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Christ carrying the Cross

copy after Luciani Sebastiano called Sebastiano del Piombo

(Venice c. 1485 - Rome 1547)

This Christ Carrying the Cross is a copy after Sebastiano del Piombo. It entered the Borghese Collection at some point in the 17th century, having most likely come through the estate of the elder Olimpia Aldobrandini. This panel, of quite good quality, is a partial replica of the well-known composition by the Venetian painter, of which numerous versions were made. In this case, the isolated figure of Christ emerges from the dark background as he drags the cross to Golgotha. The close-up perspective, together with the use of dark colours seems to infuse the scene with greater pathos, rendering it more effective from the devotional point of view.


Object details

Second half of 16th century
oil on panel
cm 76 x 52

Salvator Rosa, 90.4 x 67.5 x 6 cm


Rome, collection of Olimpia Aldobrandini senior, 1626 (Inv. 1626, no. 83, no. 5; Della Pergola 1959); Inv. 1682; Rome, Borghese Collection, 1790 (Inv. 1790, room IX, no. 26 (De Rinaldis 1937); Inventario Fidecommissario Borghese 1833, p. 17. Purchased by Italian state, 1902.


Conservation and Diagnostic
  • 1903-05 Luigi Bartolucci (pest control)
  • 1952 Augusto Cecconi Principi
  • 2000 Laura Ferretti


This panel comes from the rich estate of the elder Olimpia Aldobrandini. It was listed in the 1626 inventory of the wealthy noblewoman as ‘a painting with Christ carrying the cross, by Giulio Romano, no. 4’ and again in that of 1682 as ‘a work on panel with Christ carrying the cross, by Giulio Romano, three spans high, with an elaborate gilded frame’ (Della Pergola 1955). Missing from the 1693 list of artworks at the Palazzo di Campo Marzio, it reappears in the inventory of 1790, where it was ascribed to the ‘school of Michelangelo’, an attribution repeated in both the 1833 Inventario Fidecommissario and Giovanni Piancastelli’s handwritten profiles (1891). In the Catalogo of 1893, Adolfo Venturi instead ascribed the work to Bernardino Licinio, called Pordenone, yet his idea was rejected by both Giulio Cantalamessa (1912), who attributed the work to an anonymous ‘weak painter’, and Roberto Longhi (1928), who suggested the name of Marco Pino.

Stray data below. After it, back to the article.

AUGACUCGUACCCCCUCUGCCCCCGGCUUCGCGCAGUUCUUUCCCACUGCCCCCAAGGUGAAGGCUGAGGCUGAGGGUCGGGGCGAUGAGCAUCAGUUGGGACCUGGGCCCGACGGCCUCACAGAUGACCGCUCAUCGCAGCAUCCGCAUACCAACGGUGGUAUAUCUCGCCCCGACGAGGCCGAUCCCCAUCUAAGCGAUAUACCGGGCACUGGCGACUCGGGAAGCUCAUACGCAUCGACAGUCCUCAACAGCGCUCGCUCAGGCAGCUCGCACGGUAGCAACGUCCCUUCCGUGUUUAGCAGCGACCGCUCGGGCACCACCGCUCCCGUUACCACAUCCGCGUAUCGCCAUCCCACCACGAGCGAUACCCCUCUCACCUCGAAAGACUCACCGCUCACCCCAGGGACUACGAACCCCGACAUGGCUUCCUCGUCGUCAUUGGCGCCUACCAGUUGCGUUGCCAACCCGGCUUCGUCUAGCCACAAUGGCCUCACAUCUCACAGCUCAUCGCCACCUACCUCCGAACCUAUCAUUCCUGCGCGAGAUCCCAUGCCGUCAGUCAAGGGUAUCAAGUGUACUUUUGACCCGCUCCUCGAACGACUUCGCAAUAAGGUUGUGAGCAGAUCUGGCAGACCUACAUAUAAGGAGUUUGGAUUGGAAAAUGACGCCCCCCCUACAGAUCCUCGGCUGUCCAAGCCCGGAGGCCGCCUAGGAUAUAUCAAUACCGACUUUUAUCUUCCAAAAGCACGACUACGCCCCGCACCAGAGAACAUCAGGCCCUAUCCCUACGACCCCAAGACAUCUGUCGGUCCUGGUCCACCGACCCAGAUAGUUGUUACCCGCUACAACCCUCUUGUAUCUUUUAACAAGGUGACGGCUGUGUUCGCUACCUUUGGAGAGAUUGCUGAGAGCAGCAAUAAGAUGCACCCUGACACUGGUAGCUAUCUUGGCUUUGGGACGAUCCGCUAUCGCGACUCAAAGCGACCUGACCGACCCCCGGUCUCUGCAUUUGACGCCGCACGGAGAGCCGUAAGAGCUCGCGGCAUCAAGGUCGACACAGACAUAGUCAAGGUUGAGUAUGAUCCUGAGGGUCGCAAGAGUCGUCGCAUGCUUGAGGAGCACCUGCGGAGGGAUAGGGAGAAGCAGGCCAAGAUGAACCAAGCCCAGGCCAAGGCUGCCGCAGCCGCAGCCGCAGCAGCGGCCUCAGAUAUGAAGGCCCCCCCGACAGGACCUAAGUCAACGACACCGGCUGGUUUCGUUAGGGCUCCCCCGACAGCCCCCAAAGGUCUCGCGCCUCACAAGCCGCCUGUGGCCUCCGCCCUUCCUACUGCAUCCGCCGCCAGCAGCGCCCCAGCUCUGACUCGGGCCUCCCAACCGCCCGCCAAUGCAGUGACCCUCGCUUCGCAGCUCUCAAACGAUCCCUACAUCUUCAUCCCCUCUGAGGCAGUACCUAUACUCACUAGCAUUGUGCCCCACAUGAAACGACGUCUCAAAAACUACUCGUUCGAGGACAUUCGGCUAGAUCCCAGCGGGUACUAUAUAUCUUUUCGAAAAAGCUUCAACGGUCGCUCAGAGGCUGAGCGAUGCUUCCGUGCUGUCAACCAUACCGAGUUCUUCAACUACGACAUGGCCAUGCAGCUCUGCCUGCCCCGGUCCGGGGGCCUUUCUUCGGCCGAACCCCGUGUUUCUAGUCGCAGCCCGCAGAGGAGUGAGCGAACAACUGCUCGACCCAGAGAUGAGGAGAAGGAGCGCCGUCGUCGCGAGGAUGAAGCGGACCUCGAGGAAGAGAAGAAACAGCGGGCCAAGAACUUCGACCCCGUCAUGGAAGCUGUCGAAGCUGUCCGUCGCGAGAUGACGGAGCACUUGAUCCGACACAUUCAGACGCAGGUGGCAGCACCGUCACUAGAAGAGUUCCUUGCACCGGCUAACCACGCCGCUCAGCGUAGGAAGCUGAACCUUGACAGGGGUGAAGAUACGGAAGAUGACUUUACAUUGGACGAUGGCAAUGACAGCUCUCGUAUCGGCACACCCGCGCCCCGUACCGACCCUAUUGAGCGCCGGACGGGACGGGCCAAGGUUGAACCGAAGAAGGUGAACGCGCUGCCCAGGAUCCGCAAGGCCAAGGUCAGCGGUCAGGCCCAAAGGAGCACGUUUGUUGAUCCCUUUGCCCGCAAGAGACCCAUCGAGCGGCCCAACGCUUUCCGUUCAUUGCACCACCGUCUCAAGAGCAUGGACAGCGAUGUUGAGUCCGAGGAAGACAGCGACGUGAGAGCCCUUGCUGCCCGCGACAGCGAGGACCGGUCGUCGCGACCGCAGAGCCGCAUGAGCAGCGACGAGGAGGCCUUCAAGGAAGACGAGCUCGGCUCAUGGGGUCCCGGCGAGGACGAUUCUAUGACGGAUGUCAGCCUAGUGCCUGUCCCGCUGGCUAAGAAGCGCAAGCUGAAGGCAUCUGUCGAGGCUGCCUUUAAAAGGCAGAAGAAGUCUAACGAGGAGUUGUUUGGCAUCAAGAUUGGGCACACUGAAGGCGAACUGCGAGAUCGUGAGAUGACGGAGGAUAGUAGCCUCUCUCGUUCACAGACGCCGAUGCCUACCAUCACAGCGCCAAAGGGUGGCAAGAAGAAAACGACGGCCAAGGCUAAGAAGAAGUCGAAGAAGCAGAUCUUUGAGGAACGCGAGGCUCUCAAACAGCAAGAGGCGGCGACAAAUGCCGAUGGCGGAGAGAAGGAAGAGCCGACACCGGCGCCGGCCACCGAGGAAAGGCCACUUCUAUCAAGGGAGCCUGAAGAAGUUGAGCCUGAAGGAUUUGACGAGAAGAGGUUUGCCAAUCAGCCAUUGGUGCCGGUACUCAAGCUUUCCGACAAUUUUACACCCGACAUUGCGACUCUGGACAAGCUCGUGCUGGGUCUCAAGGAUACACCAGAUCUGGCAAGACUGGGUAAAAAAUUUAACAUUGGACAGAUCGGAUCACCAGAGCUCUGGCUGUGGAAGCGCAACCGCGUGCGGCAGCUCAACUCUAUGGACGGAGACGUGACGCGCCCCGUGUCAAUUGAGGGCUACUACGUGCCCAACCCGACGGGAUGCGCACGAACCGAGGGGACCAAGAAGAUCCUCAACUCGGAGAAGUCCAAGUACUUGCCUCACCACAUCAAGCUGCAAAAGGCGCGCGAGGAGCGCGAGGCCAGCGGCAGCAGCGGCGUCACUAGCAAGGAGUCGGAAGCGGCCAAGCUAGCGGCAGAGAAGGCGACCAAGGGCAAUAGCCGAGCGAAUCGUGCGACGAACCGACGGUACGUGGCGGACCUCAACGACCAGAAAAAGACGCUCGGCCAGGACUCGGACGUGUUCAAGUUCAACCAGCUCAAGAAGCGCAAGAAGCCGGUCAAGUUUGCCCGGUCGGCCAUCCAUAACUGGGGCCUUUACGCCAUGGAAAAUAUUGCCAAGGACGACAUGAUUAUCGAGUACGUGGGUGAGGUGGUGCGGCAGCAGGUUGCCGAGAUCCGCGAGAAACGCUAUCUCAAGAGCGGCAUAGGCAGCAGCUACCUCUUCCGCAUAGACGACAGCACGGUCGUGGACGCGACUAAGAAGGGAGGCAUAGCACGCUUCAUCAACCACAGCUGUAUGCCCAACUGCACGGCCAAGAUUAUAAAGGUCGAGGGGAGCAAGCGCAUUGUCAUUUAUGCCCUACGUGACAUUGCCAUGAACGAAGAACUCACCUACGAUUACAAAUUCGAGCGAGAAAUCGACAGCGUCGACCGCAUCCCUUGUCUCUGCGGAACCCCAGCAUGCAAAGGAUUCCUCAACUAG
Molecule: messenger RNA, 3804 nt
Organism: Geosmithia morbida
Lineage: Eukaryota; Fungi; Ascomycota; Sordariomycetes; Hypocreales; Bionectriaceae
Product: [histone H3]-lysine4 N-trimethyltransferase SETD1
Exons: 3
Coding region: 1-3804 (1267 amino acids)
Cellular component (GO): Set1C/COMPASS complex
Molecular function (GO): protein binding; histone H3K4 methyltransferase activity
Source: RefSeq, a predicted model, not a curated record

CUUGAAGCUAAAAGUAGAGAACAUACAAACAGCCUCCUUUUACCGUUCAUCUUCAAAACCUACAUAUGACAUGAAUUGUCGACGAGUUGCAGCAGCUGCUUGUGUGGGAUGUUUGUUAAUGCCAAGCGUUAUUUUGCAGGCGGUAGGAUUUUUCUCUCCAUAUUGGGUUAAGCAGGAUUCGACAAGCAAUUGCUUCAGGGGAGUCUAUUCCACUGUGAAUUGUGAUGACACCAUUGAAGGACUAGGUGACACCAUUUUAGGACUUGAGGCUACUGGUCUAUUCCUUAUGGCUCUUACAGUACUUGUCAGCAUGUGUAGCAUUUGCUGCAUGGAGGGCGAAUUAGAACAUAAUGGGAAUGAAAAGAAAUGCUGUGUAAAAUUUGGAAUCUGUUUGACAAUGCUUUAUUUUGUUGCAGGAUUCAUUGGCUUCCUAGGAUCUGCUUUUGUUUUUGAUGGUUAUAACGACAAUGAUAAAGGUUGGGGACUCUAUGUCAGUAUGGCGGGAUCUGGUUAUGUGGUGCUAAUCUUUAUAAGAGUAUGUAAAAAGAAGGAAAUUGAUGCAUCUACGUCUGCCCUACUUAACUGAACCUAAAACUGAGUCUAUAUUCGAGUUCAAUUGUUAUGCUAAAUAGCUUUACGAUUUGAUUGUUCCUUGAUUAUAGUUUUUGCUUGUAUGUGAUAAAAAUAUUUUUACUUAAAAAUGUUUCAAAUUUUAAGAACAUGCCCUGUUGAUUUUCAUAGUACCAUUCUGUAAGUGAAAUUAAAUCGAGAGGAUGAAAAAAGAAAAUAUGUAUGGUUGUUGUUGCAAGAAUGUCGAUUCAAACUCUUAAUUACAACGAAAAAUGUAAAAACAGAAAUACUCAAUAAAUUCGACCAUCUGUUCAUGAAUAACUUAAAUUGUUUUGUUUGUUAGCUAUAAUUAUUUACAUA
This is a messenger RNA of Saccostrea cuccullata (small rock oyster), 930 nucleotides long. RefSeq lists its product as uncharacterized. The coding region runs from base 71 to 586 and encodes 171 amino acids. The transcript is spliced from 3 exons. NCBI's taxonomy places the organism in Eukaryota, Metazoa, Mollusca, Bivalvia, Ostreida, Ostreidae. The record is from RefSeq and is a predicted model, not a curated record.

In 1959, Paola della Pergola took up Cantalamessa’s hypothesis, rightly publishing the work as a partial copy of the original by Sebastiano del Piombo. In her view, the panel in question was executed by an unknown painter no later than the first half of the 16th century. For her part, Kristina Herrmann Fiore (2006) proposed a more precise attribution to Prospero Fontana.

What is certain is that the success met with by this subject – in part due to several replicas made by Sebastiano himself in the 1540s (Museo del Prado, Madrid; Hermitage Museum, St Petersburg; Szépmüvészeti Múzeum, Budapest; Volpe-Lucco 1980) – induced many artists to produce copies, which were appreciated and widely sought after beginning in the second half of the 16th century: it was in this period that the Church, in the wake of the Council of Trent, invited artists to produce images that were faithful to official doctrine and able to evoke sentiments of piety and devotion in Catholics – as in the case of this Christ.

Antonio Iommelli

  • G. Piancastelli, Catalogo dei quadri della Galleria Borghese, in Archivio Galleria Borghese, 1891, p. 229;
  • A. Venturi, Il Museo e la Galleria Borghese, Roma 1893, p. 98;
  • G. Cantalamessa, Note manoscritte al Catalogo di A. Venturi del 1893, Arch. Gall. Borghese, 1911-1912, n. 135;
  • R. Longhi, Precisioni nelle Gallerie Italiane, I, La R. Galleria Borghese, Roma 1928, p. 190;
  • A. De Rinaldis, La Galleria Borghese in Roma, Roma 1937, p. 227;
  • P. della Pergola, La Galleria Borghese. I Dipinti, II, Roma 1959, p. 137, n. 189;
  • P. Della Pergola, Gli Inventari Aldobrandini: l’Inventario del 1682, I, “Arte Antica e Moderna”, XIX, 1962, p. 322;
  • C. Volpe, M. Lucco, L'opera completa di Sebastiano del Piombo, Milano 1980, ad indicem;
  • K. Herrmann Fiore, Galleria Borghese Roma scopre un tesoro. Dalla pinacoteca ai depositi un museo che non ha più segreti, San Giuliano Milanese 2006, p. 48.